The DNC took heat for limiting the number of debates during the 2016 primary and scheduling many of them on weekends when fewer viewers would tune in. The number eventually expanded from six to nine, but many Sanders’ supporters charged the committee with trying to help Clinton by limiting exposure to his leftist message.

Ahead of 2020, the DNC has scheduled a dozen debates, with the first two coming in June and July 2019. The number of participants is capped at 20 – and some could be aired over two consecutive nights.

The field could well exceed that tally. Already more than a dozen have jumped in, including Sanders, Sens. Kamala Harris, Amy Klobuchar, Elizabeth Warren and Cory Booker, as well as Washington Gov. Jay Inslee and former Colorado Gov. John Hickenlooper. Former three-term Rep. Beto O’Rourke joined the race Thursday. Former Vice President Joe Biden, the presumptive front-runner in early polling, is still mulling a run.

To qualify, a candidate would need to have 1 percent support in three national polls or raise money from at least 65,000 donors from 20 states and 200 unique donors in each of those states.

Perez said his goals include giving the grassroots a bigger voice and reaching as many potential voters as possible, telling CNBC the “primary debate process is focused on maximizing inclusion and fairness.

Uygur would like to see even more debates. “Every time you have a debate, you are spreading the Democratic message,” he said. “It’s free advertising.”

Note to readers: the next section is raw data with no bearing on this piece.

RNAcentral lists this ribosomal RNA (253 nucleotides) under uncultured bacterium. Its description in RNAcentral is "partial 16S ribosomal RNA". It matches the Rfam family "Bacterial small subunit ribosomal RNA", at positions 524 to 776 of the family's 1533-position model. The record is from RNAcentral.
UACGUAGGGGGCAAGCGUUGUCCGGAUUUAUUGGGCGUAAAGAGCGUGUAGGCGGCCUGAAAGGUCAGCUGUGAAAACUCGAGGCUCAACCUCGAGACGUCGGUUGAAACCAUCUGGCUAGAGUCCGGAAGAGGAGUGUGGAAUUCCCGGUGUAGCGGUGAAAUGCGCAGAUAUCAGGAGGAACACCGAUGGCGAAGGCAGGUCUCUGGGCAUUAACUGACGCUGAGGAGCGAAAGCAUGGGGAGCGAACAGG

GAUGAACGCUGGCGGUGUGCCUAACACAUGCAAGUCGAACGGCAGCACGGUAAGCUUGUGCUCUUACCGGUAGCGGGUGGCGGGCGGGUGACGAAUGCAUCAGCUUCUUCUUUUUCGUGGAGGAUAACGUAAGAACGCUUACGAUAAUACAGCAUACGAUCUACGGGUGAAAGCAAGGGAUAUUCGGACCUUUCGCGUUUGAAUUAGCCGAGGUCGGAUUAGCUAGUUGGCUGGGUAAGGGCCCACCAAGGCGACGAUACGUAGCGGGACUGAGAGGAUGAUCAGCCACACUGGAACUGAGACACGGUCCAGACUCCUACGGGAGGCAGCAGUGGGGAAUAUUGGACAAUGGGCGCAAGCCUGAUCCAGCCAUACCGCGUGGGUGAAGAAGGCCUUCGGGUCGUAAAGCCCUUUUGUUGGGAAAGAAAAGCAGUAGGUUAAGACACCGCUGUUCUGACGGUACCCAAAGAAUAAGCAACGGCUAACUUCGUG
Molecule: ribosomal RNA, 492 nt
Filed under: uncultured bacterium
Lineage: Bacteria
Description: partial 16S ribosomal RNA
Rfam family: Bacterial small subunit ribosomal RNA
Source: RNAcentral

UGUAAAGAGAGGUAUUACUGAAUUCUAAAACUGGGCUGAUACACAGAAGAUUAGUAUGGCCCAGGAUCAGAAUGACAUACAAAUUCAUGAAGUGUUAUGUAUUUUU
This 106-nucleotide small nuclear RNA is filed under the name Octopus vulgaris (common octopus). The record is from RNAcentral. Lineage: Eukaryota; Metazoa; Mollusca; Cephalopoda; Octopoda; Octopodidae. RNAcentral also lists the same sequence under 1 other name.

He added that a crowded field will be good for the eventual nominee: “They’ll pass the test of the primaries and be strengthened” by it.

Not all observers agree. A post from, a site that crunches polling numbers and analyzes data, said a crowded podium could muddy the waters, keep weaker candidates afloat for longer and hurt the party’s chance of winning the general election. The analysis used the crowded 2016 Republican debates as an example.

“If 2016 is any guide, unwieldy debates among lots of candidates who are polling in the low single digits won’t result in a few of the strongest competitors separating themselves from the pack, which is undoubtedly what the party would prefer.”

One thing is nearly certain as the field continues to expand: “This will be a long primary process,” said Sosnik. “A lot of states will matter.”

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